A couple of years ago, physicians around the country were up in arms over the strong arm tactics of their medical boards coercing them to pay for ever pricier exams in order to maintain their board certifications. These monopolistic, non elected board members used their positions of power to enrich themselves and their organizations at the expense of doctors, since many would not be allowed to practice their craft without the precious certificates.
The American Board of Anesthesiology too felt the pressure to reform the process. In response, they developed MOCA 2.0. One of the biggest advances of MOCA 2.0 is the elimination of the once a decade recertification exam. Instead of studying furiously like taking your first written boards, the ABA replaced it with an annual 120 question MOCA Minute. Each quarter, the anesthesiologist is supposed to answer 30 questions to track their progress in maintaining their knowledge base.
This makes recertification a lot less intimidating than taking another do or die exam every ten years. However there were always questions about how the MOCA Minutes were being scored. If you take one exam, it's easy to decide where you fit on the curve and whether you've passed or failed. But how do they score mini exams every quarter over ten years? How do they know if you've been reading your journals and reviewing your texts? Well the ABA has a website for that, and it isn't pretty.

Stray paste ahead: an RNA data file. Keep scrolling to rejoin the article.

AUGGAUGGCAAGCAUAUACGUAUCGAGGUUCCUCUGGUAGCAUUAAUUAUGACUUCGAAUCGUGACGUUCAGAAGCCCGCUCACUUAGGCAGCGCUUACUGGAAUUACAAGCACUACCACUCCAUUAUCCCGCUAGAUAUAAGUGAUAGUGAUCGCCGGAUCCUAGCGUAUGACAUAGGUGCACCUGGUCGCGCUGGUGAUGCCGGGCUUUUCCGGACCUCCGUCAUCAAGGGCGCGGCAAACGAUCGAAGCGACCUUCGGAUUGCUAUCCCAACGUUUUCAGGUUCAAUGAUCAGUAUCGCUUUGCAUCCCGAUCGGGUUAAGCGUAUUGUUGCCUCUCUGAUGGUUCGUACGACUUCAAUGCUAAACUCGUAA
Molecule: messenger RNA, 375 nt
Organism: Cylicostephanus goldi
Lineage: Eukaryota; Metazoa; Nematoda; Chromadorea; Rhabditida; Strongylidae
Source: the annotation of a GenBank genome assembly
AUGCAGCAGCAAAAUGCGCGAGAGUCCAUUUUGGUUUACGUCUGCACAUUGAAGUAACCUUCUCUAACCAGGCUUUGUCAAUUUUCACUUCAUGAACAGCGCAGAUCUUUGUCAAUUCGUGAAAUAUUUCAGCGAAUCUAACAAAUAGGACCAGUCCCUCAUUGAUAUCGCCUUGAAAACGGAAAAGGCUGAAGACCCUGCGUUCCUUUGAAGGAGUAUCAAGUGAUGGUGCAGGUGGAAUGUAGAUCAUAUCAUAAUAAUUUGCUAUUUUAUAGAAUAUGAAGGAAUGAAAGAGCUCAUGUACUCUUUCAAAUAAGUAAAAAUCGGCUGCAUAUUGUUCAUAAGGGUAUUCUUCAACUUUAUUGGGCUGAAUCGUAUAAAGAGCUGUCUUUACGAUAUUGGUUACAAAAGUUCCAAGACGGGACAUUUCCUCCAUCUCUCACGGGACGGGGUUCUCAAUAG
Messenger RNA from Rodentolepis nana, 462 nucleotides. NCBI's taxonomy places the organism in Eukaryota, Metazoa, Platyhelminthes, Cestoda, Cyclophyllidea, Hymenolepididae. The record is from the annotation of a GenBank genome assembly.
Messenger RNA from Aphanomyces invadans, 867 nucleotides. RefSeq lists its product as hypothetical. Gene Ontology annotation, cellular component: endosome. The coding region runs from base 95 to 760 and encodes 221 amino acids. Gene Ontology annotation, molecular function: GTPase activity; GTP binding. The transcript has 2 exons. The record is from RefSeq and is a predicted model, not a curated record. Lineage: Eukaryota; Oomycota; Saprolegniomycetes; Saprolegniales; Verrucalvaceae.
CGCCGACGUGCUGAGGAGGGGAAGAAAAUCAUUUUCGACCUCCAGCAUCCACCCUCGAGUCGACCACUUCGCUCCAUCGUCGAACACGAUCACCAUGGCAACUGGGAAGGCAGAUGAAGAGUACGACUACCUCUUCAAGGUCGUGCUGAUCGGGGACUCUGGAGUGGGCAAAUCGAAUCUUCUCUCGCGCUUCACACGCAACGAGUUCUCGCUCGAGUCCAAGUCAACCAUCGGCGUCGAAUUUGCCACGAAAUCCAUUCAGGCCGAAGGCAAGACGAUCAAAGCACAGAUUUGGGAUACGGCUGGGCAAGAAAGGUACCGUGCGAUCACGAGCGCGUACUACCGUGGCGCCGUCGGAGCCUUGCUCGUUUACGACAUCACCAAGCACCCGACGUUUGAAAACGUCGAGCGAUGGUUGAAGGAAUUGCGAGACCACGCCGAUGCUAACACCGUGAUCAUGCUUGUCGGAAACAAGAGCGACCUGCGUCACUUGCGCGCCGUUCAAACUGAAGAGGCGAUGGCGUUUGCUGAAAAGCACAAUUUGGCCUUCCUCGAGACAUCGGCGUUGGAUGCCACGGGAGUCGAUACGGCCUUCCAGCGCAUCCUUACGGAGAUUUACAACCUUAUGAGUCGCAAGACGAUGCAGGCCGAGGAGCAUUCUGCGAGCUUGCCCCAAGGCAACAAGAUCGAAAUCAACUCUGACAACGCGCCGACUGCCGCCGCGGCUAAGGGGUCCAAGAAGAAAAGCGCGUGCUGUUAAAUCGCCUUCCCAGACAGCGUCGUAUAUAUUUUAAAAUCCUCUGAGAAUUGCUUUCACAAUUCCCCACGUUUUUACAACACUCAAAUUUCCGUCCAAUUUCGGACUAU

As you can imagine, trying to decide if somebody is maintaining their anesthesia knowledge every three months is quite convoluted. They use something called the Measurement Decision Theory to calculate if you're smart enough to maintain your board certification. It looks something like this:
So if you're one of those slackers in medical school who graduated by the skin of your teeth, how low a score can you get and still satisfy the ABA requirements for maintaining your knowledge base? First of all it's not that hard. Here is my score so far:
Basically our professional careers and livelihoods are now governed by game theory. Whether this is an improvement over the previous one-exam-to-rule-them-all has yet to be determined. In the meantime, download the app and do your quarterly mini tests in the comfort of the operating room during one of those interminable multi hour cases. You'll be finished with your ABA obligations sooner than it takes for the surgical intern to close that skin incision.
Ridiculous. Join and promote NBPAS and right to practice laws!ReplyDelete